6 fins belies the complexity of their design and function. To truly understand the intricacy of the fins as control surface requires the integration of detailed analysis at all levels of study: morphology, biomechanical properties, EMG, kinematics and hydrodynamics. All three chapters are in preparation to be submitted for publication. Chapter 1 will be submitted to the Journal of Morphology with Ben Hunter and Miriam A. Ashley- Ross as co-authors. Chapters 2 and 3 will be submitted to the Journal of Experimental Biology, with Emily M. Standen, George V. Lauder and Miriam A. Ashley-Ross as co authors. LITERATURE CITED Azizi E, Landberg T. 2002. Effects of metamorphosis on the aquatic escape response of the two-lined salamander (Eurycea bislineata). J Exp Biol 205:841-849. Currie SN, Carlsen RC. 1987. Functional significance and neural basis of larval lamprey startle behaviour. J Exp Biol 133:121-135. Domenici P, Blake RW. 1997. The kinematics and performance offish fast-start swimming. J Exp Biol 200:1165-1178. Domenici P, Standen EM, Levine RP. 2004. Escape manoeuvres in the spiny dogfish {Squalus acanthias). J Exp Biol 207:2339-2349. Drucker EG, Lauder GV. 2001. Locomotor function of the dorsal fin in teleost fishes: Experimental analysis of wake forces in sunfish. J Exp Biol 204:2943-2958. Eaton RC, Bombardieri RA, Meyer DL. 1977. The Mauthner-initiated startle response in teleost fish. J Exp Biol 66:65-81. Ghalambor CK, Walker JA, Reznick DN. 2003. Multi-trait selection, adaptation, and constraints on the evolution of burst swimming performance. Integr Comp Biol 43:431-438. Hale ME, Long JH, Jr., McHenry MJ, Westneat MW. 2002. Evolution of behavior and neural control of the fast-start escape response. Evolution 56:993-1007. Hews DK, Blaustein AR. 1985. An investigation of the alarm response in Bufo boreas and Rana cascadae tadpoles. Behavioral and Neural Biology 43:47-57.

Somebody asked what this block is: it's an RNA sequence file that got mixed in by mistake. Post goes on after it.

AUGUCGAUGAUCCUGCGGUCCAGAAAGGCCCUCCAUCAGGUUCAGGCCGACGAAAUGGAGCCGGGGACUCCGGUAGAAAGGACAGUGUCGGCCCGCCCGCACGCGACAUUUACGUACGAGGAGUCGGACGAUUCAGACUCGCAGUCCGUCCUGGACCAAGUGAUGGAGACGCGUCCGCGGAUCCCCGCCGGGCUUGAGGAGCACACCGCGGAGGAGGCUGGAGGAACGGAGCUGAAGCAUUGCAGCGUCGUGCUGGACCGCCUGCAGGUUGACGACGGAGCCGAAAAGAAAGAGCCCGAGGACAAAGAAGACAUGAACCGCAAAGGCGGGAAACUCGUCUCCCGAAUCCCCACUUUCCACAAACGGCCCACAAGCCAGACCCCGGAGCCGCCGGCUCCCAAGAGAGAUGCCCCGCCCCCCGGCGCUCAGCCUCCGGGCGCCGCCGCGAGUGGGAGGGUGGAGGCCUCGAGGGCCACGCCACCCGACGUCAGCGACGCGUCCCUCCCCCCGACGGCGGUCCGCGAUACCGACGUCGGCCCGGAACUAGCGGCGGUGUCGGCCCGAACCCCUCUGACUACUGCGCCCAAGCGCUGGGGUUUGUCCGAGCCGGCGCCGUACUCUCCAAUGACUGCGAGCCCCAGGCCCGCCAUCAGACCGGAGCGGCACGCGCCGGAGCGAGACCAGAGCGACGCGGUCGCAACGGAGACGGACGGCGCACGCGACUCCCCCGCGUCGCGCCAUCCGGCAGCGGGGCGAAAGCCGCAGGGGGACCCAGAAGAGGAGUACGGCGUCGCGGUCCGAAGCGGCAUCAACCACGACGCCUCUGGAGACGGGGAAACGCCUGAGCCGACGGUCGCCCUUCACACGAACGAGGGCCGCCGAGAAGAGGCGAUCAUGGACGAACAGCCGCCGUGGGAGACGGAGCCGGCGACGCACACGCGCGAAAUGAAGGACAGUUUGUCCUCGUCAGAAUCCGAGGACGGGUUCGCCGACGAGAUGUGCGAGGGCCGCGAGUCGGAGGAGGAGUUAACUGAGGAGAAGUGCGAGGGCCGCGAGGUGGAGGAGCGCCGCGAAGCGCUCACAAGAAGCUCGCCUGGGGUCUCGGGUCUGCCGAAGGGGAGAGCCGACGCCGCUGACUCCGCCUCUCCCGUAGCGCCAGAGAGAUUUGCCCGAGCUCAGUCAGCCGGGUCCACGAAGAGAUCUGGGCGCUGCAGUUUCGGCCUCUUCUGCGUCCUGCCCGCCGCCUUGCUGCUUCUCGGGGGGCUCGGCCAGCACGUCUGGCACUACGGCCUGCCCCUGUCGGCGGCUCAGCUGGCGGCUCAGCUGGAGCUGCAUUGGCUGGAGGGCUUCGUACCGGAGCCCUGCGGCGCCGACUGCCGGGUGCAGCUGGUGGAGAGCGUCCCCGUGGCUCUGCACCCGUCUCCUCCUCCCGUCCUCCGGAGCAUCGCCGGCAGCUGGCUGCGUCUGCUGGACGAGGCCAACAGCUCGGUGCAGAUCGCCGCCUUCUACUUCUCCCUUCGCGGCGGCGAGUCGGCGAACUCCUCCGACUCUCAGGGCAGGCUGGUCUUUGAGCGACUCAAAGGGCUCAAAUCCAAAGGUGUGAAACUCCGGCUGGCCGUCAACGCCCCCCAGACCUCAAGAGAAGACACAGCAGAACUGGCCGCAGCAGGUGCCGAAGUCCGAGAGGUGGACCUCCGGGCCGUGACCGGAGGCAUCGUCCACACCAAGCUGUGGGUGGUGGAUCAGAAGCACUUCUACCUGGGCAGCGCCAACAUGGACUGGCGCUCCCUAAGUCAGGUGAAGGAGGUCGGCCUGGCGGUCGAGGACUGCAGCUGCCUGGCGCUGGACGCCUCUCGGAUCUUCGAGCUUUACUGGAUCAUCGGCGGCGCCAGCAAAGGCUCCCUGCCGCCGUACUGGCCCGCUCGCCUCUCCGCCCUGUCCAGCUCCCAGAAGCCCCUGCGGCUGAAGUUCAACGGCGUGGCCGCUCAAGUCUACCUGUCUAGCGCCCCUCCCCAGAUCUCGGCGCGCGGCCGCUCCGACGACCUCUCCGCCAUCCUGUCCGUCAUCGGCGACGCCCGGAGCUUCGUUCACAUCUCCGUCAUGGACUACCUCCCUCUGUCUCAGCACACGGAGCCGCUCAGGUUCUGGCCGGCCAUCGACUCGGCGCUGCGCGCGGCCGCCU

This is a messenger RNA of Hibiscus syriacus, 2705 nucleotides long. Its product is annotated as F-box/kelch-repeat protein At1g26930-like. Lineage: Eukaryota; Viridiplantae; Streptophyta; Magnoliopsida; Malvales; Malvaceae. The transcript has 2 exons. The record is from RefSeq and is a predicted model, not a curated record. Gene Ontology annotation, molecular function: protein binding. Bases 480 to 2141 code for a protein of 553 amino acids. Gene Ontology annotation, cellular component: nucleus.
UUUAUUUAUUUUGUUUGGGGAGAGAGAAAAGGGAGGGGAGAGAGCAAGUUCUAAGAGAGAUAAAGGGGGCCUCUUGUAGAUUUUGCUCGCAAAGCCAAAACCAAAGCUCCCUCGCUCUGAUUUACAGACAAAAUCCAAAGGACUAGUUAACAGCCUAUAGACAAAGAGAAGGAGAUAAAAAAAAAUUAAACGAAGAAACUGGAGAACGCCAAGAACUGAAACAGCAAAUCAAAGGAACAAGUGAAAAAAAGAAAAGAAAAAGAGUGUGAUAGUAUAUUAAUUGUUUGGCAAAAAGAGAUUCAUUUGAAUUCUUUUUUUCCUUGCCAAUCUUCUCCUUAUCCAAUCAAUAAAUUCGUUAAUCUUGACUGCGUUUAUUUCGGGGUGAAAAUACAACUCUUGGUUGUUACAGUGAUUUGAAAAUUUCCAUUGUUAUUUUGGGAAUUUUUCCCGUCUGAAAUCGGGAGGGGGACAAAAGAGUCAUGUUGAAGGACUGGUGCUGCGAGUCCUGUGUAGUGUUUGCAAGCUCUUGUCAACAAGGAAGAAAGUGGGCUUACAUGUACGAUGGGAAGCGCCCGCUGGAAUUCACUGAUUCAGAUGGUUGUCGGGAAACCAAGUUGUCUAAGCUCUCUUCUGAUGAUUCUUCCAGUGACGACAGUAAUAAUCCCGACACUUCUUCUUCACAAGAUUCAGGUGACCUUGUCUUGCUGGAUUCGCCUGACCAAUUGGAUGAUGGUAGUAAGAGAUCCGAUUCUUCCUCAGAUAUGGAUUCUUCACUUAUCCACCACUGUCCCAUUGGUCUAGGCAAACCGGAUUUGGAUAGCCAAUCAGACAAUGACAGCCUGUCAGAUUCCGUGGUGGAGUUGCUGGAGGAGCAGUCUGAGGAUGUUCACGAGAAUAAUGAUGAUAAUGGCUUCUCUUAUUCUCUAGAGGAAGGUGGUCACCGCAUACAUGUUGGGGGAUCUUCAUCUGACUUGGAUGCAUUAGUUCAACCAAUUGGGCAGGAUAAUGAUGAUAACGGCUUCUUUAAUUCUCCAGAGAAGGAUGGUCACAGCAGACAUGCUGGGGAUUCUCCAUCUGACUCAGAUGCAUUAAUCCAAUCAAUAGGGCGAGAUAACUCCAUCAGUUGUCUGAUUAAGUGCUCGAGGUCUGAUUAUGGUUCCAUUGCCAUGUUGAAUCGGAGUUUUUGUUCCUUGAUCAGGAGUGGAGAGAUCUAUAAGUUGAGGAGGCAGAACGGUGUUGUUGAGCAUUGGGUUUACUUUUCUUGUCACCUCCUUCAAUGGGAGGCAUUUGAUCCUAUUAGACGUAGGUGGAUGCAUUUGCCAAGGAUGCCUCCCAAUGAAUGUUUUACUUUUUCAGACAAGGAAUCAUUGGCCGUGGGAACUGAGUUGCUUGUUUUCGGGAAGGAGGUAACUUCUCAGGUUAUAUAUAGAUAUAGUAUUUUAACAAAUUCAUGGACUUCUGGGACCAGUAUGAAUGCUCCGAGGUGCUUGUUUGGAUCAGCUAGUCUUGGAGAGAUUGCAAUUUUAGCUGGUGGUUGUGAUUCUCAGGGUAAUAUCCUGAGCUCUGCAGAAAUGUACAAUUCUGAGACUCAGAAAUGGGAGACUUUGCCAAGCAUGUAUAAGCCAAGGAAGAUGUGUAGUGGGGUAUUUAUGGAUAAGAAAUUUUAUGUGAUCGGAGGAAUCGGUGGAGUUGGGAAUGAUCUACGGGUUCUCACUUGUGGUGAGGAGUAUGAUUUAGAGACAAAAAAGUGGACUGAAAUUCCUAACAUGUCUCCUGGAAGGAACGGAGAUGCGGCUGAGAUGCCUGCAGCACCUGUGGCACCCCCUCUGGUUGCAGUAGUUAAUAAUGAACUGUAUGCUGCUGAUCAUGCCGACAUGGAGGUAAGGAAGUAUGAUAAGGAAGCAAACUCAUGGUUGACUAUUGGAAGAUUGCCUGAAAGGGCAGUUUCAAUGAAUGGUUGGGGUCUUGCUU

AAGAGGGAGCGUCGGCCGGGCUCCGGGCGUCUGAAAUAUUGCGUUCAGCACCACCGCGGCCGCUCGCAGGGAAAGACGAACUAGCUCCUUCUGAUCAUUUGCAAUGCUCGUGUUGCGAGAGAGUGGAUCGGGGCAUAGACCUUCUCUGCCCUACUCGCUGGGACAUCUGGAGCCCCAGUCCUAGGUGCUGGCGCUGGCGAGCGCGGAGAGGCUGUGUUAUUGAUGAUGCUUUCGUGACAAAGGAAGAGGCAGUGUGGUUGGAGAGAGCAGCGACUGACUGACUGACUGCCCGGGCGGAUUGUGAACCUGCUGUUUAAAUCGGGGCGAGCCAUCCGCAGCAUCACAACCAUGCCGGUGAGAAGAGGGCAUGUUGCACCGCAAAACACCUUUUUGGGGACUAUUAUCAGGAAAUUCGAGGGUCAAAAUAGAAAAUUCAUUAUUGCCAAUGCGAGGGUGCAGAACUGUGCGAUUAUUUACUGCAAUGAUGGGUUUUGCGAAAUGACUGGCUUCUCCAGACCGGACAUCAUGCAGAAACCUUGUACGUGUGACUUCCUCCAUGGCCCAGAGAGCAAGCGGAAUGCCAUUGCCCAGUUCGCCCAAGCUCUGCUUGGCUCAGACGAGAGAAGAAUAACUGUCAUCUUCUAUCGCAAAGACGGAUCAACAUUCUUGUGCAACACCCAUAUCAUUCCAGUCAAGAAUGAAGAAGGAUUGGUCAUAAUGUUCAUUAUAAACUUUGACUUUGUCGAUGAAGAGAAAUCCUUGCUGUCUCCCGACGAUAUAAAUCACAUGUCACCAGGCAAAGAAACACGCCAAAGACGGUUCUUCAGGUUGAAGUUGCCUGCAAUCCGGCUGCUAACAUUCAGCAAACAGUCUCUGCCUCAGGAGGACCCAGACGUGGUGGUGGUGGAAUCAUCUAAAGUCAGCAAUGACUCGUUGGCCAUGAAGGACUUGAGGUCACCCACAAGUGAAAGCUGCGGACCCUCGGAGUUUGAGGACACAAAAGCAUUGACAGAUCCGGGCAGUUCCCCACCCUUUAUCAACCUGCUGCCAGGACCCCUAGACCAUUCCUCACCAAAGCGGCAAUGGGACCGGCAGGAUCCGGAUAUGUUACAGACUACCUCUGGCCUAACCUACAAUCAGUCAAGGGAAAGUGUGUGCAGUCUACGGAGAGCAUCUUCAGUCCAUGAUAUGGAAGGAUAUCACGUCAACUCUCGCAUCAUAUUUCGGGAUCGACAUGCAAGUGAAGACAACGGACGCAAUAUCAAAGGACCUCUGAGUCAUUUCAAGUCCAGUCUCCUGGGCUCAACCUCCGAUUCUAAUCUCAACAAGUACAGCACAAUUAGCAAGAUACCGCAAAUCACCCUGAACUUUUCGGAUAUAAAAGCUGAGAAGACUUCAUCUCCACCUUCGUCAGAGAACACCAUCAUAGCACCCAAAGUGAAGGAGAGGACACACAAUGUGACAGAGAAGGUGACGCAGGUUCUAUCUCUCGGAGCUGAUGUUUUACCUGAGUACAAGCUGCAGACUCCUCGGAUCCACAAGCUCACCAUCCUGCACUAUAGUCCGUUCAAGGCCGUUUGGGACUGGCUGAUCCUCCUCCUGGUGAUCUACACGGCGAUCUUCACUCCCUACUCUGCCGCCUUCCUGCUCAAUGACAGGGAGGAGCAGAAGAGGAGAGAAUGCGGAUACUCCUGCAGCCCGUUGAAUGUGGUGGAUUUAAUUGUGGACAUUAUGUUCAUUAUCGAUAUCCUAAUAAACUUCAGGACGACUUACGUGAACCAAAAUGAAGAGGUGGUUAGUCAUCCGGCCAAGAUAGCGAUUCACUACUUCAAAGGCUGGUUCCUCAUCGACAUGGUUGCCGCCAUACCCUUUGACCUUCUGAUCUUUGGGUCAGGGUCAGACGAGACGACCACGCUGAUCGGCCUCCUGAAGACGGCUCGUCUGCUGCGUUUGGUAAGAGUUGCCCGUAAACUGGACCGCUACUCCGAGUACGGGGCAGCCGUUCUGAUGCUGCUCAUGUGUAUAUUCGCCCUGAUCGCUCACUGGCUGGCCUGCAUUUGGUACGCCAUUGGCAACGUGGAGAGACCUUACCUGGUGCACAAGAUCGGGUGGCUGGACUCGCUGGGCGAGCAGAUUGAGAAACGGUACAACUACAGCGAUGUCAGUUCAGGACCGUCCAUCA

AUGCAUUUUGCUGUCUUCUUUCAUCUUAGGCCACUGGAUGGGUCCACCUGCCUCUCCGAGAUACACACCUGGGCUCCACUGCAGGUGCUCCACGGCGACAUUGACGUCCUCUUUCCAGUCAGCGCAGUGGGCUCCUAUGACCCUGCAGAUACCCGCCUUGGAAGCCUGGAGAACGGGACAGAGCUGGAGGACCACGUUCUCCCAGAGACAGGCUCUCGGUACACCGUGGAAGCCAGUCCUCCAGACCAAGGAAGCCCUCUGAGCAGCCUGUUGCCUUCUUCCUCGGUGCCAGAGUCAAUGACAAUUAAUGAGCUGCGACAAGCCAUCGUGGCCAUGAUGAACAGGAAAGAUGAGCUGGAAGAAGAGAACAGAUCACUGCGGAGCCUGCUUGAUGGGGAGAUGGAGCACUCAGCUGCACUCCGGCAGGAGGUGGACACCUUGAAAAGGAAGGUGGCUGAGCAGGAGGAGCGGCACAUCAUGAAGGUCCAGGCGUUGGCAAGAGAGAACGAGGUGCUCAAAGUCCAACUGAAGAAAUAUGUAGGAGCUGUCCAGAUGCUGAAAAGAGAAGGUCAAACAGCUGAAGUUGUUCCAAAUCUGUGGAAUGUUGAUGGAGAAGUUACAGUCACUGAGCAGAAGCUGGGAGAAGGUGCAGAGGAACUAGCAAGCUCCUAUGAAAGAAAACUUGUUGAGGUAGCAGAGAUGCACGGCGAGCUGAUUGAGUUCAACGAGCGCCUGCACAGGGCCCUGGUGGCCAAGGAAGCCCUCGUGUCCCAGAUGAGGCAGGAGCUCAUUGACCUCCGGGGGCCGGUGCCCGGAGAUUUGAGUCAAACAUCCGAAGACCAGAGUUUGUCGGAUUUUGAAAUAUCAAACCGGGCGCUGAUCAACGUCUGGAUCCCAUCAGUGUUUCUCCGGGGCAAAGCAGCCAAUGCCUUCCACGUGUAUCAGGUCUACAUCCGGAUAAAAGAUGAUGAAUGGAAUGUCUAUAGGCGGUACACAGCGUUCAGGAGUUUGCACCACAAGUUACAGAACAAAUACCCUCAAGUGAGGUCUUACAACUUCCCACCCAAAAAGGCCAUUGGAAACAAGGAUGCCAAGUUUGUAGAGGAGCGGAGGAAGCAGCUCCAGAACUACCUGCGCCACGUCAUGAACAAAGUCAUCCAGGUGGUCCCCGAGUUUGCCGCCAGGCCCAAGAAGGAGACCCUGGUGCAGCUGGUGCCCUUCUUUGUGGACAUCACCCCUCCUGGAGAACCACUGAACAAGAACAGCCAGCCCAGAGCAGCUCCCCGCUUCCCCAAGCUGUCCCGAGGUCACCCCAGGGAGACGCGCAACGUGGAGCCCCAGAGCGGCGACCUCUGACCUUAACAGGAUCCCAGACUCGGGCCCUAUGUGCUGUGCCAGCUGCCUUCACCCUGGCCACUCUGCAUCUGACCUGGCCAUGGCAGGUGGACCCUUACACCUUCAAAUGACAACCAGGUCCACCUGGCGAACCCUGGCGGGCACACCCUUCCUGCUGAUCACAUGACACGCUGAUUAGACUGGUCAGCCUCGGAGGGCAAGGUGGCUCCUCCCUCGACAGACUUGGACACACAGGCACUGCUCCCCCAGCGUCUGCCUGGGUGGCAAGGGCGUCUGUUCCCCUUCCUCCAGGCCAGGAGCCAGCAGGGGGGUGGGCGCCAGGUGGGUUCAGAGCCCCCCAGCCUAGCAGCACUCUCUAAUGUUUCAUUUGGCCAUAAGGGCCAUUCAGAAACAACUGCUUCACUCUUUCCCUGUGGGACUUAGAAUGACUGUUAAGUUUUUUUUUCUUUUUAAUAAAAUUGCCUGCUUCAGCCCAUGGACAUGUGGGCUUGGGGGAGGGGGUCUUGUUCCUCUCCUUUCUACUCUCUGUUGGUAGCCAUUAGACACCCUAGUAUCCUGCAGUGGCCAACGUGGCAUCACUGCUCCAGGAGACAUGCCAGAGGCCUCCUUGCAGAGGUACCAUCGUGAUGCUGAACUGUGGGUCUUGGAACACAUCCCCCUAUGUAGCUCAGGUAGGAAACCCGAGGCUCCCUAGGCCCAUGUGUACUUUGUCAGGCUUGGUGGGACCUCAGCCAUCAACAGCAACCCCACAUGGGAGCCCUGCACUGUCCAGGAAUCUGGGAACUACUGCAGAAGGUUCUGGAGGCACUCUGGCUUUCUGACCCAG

7 Jayne BC, Lozada GF, Lauder GV. 1996. Function of the dorsal fin in bluegill sunfish: Motor patterns during four distinct locomotor behaviors. J Morphol 228:307-326. Nissanov J, Eaton RC, DiDomenico R. 1990. The motor output of the Mauthner cell, a reticulospinal command neuron. Brain Res 517:88-98. Tytell ED. 2006. Median fin function in bluegill sunfish Lepomis macrochirus: Streamwise vortex structure during steady swimming. J Exp Biol 209:1516-1534. Tytell ED, Lauder GV. 2008. Hydrodynamics of the escape response in bluegill sunfish, Lepomis macrochirus. J Exp Biol 211:3359-3369. Walker JA, Ghalambor CK, Griset OL, McKenney D, Reznick DN. 2005. Do faster starts increase the probability of evading predators? Funct Ecol 19:808-815. Webb PW. 1976. The effect of size on the fast-start performance of rainbow trout Salmo gairdneri, and a consideration of piscivorous predator-prey interactions. J Exp Biol 65:157-177. Webb PW. 1977. Effects of median-fin amputation on fast-start performance of rainbow trout (Salmo gairdneri). J Exp Biol 68:123-135. Webb PW. 1978. Fast-start performance and body form in seven species of teleost fish. J Exp Biol 74:211-226. Weihs D. 1973. The mechanism of rapid starting of slender fish. Biorheology 10:343- 350. Westneat MW, Hale ME, McHenry MJ, Long JH. 1998. Mechanics of the fast-start: Muscle function and the role of intramuscular pressure in the escape behavior of Amia calva and Polypteruspalmas. J Exp Biol 201 (Pt 22):3041-3055.